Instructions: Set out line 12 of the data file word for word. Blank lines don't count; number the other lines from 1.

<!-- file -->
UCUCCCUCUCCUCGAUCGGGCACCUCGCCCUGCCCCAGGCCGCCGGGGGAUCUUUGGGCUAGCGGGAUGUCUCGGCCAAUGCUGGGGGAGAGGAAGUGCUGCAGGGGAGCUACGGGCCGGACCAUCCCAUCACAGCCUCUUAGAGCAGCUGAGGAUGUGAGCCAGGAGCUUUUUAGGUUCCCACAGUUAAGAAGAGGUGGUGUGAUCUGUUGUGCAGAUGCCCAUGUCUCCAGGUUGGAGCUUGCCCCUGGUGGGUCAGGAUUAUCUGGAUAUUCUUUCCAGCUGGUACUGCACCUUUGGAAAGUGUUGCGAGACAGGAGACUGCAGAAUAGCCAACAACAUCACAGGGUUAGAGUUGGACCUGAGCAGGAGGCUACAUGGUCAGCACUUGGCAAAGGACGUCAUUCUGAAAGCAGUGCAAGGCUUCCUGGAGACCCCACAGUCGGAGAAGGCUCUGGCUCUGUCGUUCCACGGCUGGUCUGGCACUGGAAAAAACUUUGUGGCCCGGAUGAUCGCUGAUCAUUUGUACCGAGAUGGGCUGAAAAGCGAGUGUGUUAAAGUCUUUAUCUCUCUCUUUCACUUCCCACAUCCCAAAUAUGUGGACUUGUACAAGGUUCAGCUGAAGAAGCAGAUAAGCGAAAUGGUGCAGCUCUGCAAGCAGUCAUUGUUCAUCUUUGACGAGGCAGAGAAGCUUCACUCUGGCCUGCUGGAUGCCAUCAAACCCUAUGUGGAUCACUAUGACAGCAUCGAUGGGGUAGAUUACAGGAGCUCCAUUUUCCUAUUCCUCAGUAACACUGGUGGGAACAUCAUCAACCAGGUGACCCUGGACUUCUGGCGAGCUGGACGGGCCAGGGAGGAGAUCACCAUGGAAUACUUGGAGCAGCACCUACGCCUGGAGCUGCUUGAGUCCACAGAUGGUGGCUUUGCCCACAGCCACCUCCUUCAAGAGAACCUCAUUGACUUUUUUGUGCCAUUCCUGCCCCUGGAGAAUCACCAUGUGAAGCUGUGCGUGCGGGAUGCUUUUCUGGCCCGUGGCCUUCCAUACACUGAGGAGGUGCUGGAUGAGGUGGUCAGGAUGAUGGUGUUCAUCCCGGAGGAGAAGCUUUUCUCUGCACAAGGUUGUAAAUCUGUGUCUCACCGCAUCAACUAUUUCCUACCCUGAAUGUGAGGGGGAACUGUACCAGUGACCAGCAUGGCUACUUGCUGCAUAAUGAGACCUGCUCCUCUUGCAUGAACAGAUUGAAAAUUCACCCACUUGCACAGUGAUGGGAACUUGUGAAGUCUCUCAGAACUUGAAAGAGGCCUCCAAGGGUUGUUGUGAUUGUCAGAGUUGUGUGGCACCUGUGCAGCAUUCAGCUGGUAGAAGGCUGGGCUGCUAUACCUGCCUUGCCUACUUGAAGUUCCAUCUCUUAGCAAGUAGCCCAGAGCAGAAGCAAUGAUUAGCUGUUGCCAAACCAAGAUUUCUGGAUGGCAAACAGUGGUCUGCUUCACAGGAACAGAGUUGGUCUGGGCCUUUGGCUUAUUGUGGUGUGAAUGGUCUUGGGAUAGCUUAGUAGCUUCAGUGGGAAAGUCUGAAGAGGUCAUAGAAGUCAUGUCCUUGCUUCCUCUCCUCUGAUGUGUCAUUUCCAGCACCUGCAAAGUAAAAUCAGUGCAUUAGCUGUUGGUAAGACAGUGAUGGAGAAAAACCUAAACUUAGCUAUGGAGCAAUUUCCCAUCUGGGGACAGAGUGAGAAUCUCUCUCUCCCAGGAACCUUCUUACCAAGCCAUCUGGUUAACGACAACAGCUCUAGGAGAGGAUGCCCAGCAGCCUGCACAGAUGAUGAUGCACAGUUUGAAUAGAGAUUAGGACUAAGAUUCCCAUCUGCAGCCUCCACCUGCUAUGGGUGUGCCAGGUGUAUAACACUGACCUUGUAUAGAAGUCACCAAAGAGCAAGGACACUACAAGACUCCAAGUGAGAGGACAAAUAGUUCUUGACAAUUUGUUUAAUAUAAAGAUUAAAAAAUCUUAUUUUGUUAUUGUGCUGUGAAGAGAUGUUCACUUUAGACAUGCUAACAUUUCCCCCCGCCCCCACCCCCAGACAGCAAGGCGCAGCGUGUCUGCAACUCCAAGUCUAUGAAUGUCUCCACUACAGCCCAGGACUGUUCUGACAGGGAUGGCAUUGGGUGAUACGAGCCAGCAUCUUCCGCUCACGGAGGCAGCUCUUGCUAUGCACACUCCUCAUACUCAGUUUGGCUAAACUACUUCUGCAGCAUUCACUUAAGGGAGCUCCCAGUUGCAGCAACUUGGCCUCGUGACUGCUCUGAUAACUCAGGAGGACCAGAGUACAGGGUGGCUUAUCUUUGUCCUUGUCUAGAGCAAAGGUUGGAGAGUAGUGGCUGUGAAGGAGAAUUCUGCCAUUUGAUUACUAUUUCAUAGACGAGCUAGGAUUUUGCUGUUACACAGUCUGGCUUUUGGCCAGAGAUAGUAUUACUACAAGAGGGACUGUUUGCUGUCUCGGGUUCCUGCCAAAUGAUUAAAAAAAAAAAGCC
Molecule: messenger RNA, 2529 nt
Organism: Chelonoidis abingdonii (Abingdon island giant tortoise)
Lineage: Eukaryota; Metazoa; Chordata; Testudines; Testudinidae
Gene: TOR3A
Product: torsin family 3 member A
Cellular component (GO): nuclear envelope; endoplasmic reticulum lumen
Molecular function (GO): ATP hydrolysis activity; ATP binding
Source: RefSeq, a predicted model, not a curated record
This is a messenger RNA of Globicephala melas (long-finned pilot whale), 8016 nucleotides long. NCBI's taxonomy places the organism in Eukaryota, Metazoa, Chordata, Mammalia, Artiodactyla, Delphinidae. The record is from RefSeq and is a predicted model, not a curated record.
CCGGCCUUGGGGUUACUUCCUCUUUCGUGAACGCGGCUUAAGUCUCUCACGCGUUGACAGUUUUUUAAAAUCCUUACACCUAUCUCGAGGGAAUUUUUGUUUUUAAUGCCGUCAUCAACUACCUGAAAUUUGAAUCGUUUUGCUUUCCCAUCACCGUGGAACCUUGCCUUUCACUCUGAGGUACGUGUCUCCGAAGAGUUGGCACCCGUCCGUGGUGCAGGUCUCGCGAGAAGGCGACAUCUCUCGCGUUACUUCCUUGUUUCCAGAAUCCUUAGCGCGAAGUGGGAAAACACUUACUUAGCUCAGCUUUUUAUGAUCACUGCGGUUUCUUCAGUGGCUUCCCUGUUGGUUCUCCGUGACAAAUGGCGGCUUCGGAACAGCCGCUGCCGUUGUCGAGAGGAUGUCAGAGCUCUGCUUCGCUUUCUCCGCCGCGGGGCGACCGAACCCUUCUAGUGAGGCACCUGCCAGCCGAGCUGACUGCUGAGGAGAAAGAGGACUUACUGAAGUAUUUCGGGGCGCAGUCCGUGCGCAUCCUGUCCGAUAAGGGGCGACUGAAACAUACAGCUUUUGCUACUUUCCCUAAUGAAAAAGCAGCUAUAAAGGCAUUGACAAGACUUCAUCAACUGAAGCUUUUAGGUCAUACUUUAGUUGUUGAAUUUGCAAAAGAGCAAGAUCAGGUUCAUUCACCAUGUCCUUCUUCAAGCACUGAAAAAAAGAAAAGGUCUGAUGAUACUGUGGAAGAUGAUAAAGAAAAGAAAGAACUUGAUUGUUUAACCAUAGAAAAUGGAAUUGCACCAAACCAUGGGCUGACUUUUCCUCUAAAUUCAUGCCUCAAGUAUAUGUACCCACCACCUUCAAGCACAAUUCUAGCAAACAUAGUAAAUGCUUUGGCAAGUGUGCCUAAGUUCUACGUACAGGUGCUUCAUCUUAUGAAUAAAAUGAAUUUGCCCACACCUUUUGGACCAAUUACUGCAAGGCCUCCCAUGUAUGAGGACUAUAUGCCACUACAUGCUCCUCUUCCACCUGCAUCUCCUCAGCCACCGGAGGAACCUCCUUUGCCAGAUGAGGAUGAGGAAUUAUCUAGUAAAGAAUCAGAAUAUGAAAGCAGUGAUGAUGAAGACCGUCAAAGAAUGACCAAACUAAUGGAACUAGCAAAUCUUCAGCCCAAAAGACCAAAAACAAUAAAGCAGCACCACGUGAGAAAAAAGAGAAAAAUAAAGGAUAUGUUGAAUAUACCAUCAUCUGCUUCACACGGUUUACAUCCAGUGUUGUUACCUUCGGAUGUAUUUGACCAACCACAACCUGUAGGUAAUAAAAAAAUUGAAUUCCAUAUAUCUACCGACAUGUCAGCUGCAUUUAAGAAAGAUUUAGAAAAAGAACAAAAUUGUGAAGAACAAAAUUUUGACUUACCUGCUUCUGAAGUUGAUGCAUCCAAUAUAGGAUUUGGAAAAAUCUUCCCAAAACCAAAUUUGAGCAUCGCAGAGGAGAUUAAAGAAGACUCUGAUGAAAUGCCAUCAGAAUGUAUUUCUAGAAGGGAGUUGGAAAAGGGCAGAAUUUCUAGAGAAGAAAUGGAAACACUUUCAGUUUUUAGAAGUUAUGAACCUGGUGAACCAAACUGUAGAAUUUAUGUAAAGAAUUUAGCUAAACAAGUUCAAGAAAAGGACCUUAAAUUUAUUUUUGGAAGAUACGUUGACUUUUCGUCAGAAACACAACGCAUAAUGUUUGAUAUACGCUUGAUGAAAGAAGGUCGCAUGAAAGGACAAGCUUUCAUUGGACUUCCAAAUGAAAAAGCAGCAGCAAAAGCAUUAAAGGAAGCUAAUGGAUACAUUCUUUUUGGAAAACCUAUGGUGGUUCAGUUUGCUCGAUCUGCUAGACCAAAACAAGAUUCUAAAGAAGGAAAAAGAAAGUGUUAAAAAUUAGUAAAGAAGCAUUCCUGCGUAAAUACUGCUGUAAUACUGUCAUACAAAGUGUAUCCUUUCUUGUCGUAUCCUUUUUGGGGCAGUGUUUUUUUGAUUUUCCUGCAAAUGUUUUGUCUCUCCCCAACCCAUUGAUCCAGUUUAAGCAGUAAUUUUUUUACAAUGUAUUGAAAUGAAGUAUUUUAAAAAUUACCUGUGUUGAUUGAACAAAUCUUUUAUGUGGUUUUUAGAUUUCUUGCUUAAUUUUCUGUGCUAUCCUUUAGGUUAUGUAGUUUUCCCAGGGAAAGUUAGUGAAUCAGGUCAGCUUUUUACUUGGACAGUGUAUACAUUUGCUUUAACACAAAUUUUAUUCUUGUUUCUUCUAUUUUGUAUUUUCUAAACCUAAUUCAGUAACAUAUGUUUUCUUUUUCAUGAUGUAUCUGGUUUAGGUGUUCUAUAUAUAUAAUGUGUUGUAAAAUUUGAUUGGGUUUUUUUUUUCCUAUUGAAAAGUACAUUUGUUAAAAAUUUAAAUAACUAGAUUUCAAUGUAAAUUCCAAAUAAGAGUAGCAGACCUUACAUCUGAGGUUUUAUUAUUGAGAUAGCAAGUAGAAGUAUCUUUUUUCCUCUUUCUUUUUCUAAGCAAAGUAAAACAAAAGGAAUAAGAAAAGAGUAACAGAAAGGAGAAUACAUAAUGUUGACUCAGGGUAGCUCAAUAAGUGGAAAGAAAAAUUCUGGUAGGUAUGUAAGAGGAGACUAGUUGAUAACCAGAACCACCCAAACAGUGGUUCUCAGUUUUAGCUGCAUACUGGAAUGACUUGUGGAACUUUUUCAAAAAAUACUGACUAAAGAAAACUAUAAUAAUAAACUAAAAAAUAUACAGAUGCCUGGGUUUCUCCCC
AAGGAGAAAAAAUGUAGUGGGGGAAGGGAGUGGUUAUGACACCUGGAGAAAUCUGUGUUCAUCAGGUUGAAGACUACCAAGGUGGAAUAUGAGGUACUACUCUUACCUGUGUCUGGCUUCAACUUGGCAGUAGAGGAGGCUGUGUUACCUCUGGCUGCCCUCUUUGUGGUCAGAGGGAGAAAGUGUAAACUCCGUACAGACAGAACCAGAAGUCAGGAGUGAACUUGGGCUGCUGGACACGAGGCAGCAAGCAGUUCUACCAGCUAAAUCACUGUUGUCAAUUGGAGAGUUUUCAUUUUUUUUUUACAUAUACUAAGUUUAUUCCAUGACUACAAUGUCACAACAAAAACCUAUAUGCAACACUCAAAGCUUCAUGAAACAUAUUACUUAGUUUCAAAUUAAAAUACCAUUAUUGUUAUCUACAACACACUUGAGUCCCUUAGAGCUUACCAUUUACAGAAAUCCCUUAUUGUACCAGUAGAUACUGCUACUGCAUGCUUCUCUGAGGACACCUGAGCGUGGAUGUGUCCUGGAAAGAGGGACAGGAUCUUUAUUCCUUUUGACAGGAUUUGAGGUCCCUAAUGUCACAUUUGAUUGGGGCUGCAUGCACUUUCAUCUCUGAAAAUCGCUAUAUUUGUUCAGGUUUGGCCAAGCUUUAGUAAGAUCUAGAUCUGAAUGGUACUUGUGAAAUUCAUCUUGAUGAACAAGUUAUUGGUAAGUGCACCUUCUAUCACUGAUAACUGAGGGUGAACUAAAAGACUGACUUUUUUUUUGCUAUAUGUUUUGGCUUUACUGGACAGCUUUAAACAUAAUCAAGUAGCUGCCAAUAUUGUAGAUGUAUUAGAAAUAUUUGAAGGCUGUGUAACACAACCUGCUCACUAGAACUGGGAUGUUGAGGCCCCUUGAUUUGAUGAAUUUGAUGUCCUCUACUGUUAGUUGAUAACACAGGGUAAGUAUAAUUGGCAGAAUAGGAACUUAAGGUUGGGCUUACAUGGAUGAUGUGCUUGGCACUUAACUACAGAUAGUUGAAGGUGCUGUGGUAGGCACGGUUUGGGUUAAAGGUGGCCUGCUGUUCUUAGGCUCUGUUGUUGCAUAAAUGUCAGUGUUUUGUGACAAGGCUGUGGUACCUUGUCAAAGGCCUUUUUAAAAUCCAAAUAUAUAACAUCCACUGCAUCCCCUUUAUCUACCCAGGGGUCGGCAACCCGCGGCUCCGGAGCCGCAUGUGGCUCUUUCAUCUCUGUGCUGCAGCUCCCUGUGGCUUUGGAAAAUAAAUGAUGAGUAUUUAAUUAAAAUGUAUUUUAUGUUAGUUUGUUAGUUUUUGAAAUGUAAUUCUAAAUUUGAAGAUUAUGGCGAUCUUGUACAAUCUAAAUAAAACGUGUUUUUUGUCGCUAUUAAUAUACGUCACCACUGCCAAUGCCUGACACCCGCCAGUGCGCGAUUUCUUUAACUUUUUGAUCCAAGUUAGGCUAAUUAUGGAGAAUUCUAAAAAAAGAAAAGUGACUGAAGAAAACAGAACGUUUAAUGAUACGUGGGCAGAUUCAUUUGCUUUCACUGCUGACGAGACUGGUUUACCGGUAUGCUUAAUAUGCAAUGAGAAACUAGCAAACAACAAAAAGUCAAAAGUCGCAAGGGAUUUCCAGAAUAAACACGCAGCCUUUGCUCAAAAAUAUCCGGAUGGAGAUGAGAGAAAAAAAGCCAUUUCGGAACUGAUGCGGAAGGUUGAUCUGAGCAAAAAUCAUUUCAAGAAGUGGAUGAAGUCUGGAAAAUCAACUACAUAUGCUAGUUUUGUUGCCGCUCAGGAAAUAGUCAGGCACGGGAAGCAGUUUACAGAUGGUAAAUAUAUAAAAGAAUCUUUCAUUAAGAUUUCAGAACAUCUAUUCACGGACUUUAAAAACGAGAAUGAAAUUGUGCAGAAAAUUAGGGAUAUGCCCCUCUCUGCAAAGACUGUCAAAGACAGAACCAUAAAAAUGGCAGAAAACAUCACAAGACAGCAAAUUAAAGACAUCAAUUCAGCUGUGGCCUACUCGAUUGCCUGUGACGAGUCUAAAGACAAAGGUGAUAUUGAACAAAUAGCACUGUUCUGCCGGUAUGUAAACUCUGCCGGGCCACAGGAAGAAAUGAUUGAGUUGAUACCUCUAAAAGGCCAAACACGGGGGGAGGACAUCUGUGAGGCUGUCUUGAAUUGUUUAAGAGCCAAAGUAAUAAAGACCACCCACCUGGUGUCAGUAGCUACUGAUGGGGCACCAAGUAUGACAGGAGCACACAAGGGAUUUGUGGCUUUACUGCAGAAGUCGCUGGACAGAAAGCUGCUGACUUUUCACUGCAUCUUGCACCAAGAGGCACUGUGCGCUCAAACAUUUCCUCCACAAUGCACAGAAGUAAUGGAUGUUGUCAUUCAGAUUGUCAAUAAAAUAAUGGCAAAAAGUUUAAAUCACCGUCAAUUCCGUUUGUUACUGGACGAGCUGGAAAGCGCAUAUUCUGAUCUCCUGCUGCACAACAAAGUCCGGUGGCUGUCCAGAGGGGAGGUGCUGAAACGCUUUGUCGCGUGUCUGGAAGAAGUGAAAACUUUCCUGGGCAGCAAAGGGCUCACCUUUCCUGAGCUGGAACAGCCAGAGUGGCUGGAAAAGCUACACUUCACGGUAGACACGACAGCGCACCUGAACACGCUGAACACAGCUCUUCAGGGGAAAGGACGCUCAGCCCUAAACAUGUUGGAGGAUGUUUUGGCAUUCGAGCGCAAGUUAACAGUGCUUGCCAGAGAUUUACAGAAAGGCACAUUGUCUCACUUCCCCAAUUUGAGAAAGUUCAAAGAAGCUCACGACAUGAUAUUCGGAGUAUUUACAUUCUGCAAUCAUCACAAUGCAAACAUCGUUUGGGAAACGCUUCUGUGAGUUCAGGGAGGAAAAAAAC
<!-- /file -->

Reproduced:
AAGGAGAAAAAAUGUAGUGGGGGAAGGGAGUGGUUAUGACACCUGGAGAAAUCUGUGUUCAUCAGGUUGAAGACUACCAAGGUGGAAUAUGAGGUACUACUCUUACCUGUGUCUGGCUUCAACUUGGCAGUAGAGGAGGCUGUGUUACCUCUGGCUGCCCUCUUUGUGGUCAGAGGGAGAAAGUGUAAACUCCGUACAGACAGAACCAGAAGUCAGGAGUGAACUUGGGCUGCUGGACACGAGGCAGCAAGCAGUUCUACCAGCUAAAUCACUGUUGUCAAUUGGAGAGUUUUCAUUUUUUUUUUACAUAUACUAAGUUUAUUCCAUGACUACAAUGUCACAACAAAAACCUAUAUGCAACACUCAAAGCUUCAUGAAACAUAUUACUUAGUUUCAAAUUAAAAUACCAUUAUUGUUAUCUACAACACACUUGAGUCCCUUAGAGCUUACCAUUUACAGAAAUCCCUUAUUGUACCAGUAGAUACUGCUACUGCAUGCUUCUCUGAGGACACCUGAGCGUGGAUGUGUCCUGGAAAGAGGGACAGGAUCUUUAUUCCUUUUGACAGGAUUUGAGGUCCCUAAUGUCACAUUUGAUUGGGGCUGCAUGCACUUUCAUCUCUGAAAAUCGCUAUAUUUGUUCAGGUUUGGCCAAGCUUUAGUAAGAUCUAGAUCUGAAUGGUACUUGUGAAAUUCAUCUUGAUGAACAAGUUAUUGGUAAGUGCACCUUCUAUCACUGAUAACUGAGGGUGAACUAAAAGACUGACUUUUUUUUUGCUAUAUGUUUUGGCUUUACUGGACAGCUUUAAACAUAAUCAAGUAGCUGCCAAUAUUGUAGAUGUAUUAGAAAUAUUUGAAGGCUGUGUAACACAACCUGCUCACUAGAACUGGGAUGUUGAGGCCCCUUGAUUUGAUGAAUUUGAUGUCCUCUACUGUUAGUUGAUAACACAGGGUAAGUAUAAUUGGCAGAAUAGGAACUUAAGGUUGGGCUUACAUGGAUGAUGUGCUUGGCACUUAACUACAGAUAGUUGAAGGUGCUGUGGUAGGCACGGUUUGGGUUAAAGGUGGCCUGCUGUUCUUAGGCUCUGUUGUUGCAUAAAUGUCAGUGUUUUGUGACAAGGCUGUGGUACCUUGUCAAAGGCCUUUUUAAAAUCCAAAUAUAUAACAUCCACUGCAUCCCCUUUAUCUACCCAGGGGUCGGCAACCCGCGGCUCCGGAGCCGCAUGUGGCUCUUUCAUCUCUGUGCUGCAGCUCCCUGUGGCUUUGGAAAAUAAAUGAUGAGUAUUUAAUUAAAAUGUAUUUUAUGUUAGUUUGUUAGUUUUUGAAAUGUAAUUCUAAAUUUGAAGAUUAUGGCGAUCUUGUACAAUCUAAAUAAAACGUGUUUUUUGUCGCUAUUAAUAUACGUCACCACUGCCAAUGCCUGACACCCGCCAGUGCGCGAUUUCUUUAACUUUUUGAUCCAAGUUAGGCUAAUUAUGGAGAAUUCUAAAAAAAGAAAAGUGACUGAAGAAAACAGAACGUUUAAUGAUACGUGGGCAGAUUCAUUUGCUUUCACUGCUGACGAGACUGGUUUACCGGUAUGCUUAAUAUGCAAUGAGAAACUAGCAAACAACAAAAAGUCAAAAGUCGCAAGGGAUUUCCAGAAUAAACACGCAGCCUUUGCUCAAAAAUAUCCGGAUGGAGAUGAGAGAAAAAAAGCCAUUUCGGAACUGAUGCGGAAGGUUGAUCUGAGCAAAAAUCAUUUCAAGAAGUGGAUGAAGUCUGGAAAAUCAACUACAUAUGCUAGUUUUGUUGCCGCUCAGGAAAUAGUCAGGCACGGGAAGCAGUUUACAGAUGGUAAAUAUAUAAAAGAAUCUUUCAUUAAGAUUUCAGAACAUCUAUUCACGGACUUUAAAAACGAGAAUGAAAUUGUGCAGAAAAUUAGGGAUAUGCCCCUCUCUGCAAAGACUGUCAAAGACAGAACCAUAAAAAUGGCAGAAAACAUCACAAGACAGCAAAUUAAAGACAUCAAUUCAGCUGUGGCCUACUCGAUUGCCUGUGACGAGUCUAAAGACAAAGGUGAUAUUGAACAAAUAGCACUGUUCUGCCGGUAUGUAAACUCUGCCGGGCCACAGGAAGAAAUGAUUGAGUUGAUACCUCUAAAAGGCCAAACACGGGGGGAGGACAUCUGUGAGGCUGUCUUGAAUUGUUUAAGAGCCAAAGUAAUAAAGACCACCCACCUGGUGUCAGUAGCUACUGAUGGGGCACCAAGUAUGACAGGAGCACACAAGGGAUUUGUGGCUUUACUGCAGAAGUCGCUGGACAGAAAGCUGCUGACUUUUCACUGCAUCUUGCACCAAGAGGCACUGUGCGCUCAAACAUUUCCUCCACAAUGCACAGAAGUAAUGGAUGUUGUCAUUCAGAUUGUCAAUAAAAUAAUGGCAAAAAGUUUAAAUCACCGUCAAUUCCGUUUGUUACUGGACGAGCUGGAAAGCGCAUAUUCUGAUCUCCUGCUGCACAACAAAGUCCGGUGGCUGUCCAGAGGGGAGGUGCUGAAACGCUUUGUCGCGUGUCUGGAAGAAGUGAAAACUUUCCUGGGCAGCAAAGGGCUCACCUUUCCUGAGCUGGAACAGCCAGAGUGGCUGGAAAAGCUACACUUCACGGUAGACACGACAGCGCACCUGAACACGCUGAACACAGCUCUUCAGGGGAAAGGACGCUCAGCCCUAAACAUGUUGGAGGAUGUUUUGGCAUUCGAGCGCAAGUUAACAGUGCUUGCCAGAGAUUUACAGAAAGGCACAUUGUCUCACUUCCCCAAUUUGAGAAAGUUCAAAGAAGCUCACGACAUGAUAUUCGGAGUAUUUACAUUCUGCAAUCAUCACAAUGCAAACAUCGUUUGGGAAACGCUUCUGUGAGUUCAGGGAGGAAAAAAAC